On 27th May 1944, 930 heavy bombers from the 8th USAAF took off from their bases in England to attack important industrial targets in central Germany. They were escorted by 710 escort fighters of the types P-38 Lightning, P-47 Thunderbolt and P-51 Mustang in order to prevent the bombers from being attacked by German fighter planes. Main target for 150 Boeing B-17 bombers of the 1st Air Division was Ludwigshafen. Assigned escort was the famous 357th Fighter Group ‘Yoxford Boys’ with their P-51 Mustangs. For the men in their fighters with yellow/red checkered noses this was Mission #65 and the unit was led this day by Major Irwin H. Dregne. Shortly after R/V, the bomber formation was attacked by approx. 60 Focke-Wulf FW-190’s and Messerschmitt Me-109’s which managed to shoot down several bombers from the lead formation. Although the 357th FG immediately went into action, they could not disperse the enemy fighters on time. The ensuing battle between the German fighters and the Mustangs resulted in the downing of 14 German planes. Lts. Cyril Conklin and Thomas Harris managed to destroy two planes each before being hit, too. Both had to bail out of their disabled Mustangs and spent the rest of the war as POW’s. Lt. Dean Post was fatally wounded and perished in the crash of his plane.

    23 years old Capt. Robert D. Brown from Chicago, IL, a veteran and original member of the 357th Fighter Groups’s 362nd Fighter Squadron scored his 3rd aerial victory that day, but his aircraft was hit, too, and received heavy damage to the elevator controls. The Merlin-engine also was damaged by debris form Brown's victim. A return to his home-base in England was out of question and he therefore set course for neutral Switzerland. He crossed the northern Swiss border near Lake Constance but decided to wait with bailing out of his stricken aircraft because he feared to land in German territory. After some time the Mustang became almost impossible to control and the engine started to overheat and loose coolant, so the pilot jettisoned the canopy and turned the Mustang on its back to bail out, but the inflatable dinghy pack somehow got stuck in the cockpit. It took Brown several attempts to free himself from his mount, which then went into a steep dive and crashed in the vicinity of Lütisburg. The Mustang totally disintegrated upon impact in a meadow close to a restaurant and only bent and scorched remains were scattered over a wide area.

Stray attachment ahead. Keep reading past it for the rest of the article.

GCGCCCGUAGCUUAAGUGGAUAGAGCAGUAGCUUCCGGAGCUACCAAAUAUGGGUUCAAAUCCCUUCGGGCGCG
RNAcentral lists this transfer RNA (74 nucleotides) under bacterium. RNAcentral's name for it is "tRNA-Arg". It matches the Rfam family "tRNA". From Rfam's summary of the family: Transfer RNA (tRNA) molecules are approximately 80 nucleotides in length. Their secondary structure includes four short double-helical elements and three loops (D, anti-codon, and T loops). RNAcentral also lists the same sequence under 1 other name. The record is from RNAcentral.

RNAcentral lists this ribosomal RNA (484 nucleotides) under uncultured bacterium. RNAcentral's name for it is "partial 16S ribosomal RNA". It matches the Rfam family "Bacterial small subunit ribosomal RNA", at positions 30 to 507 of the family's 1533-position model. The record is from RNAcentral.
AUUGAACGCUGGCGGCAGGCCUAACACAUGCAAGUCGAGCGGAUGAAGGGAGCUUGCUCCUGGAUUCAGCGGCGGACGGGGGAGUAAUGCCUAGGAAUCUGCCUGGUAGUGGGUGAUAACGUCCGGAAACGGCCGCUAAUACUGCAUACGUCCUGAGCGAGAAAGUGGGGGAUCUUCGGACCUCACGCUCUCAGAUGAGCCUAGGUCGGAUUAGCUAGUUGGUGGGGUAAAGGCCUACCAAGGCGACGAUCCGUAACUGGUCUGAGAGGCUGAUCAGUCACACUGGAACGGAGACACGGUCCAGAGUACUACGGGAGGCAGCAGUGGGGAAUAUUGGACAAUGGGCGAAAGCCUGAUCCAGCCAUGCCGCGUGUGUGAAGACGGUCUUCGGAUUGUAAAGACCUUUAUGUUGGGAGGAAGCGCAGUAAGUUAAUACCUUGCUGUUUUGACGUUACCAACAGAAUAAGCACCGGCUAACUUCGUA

In his struggle to abandon the Mustang, Brown had hit the elevator and suffered a broken leg. Saved by his parachute, he landed in a tall fir tree and had to be rescued by local people. He was brought to a nearby hospital where he immediately saw medical treatment before being interrogated by Swiss authorities. Capt. Brown spent the rest of the war in internment. He returned to England in October 1945 by ferrying another interned Mustang from Dübendorf Airfield back to BAD 1 Burtonwood, but only after buzzing the town of Zurich at very low level.

    The Mustang Capt. Brown flew on this mission was his assigned aircraft, an olive-drab P-51B-5-NA with serial 43-6556. This particular aircraft, equipped with a Packard Rolls-Royce V-1650-3 engine was rolled out from the NAA plant at Inglewood, CA, on 22nd October 1943 and after a test-flight was ferried to Newark, NJ, where the plane saw some modifications before being sent to the ETO. It was then dismantled, crated and loaded aboard a freighter which left the harbour on 14th December 1943. Arriving in Blackpool, England, after the Atlantic crossing in January 1944, the plane was reassembled at BAD 2 Warton before being issued to the 357th Fighter Group. Arriving at Army Air Force Base F-373 Leiston, the Mustang was assigned to the 362nd Fighter Squadron and received the code G4-B. Capt. Brown soon personalized his newly assigned plane by applying the nickname ‘Chicago Gun Moll’ on the left cowling.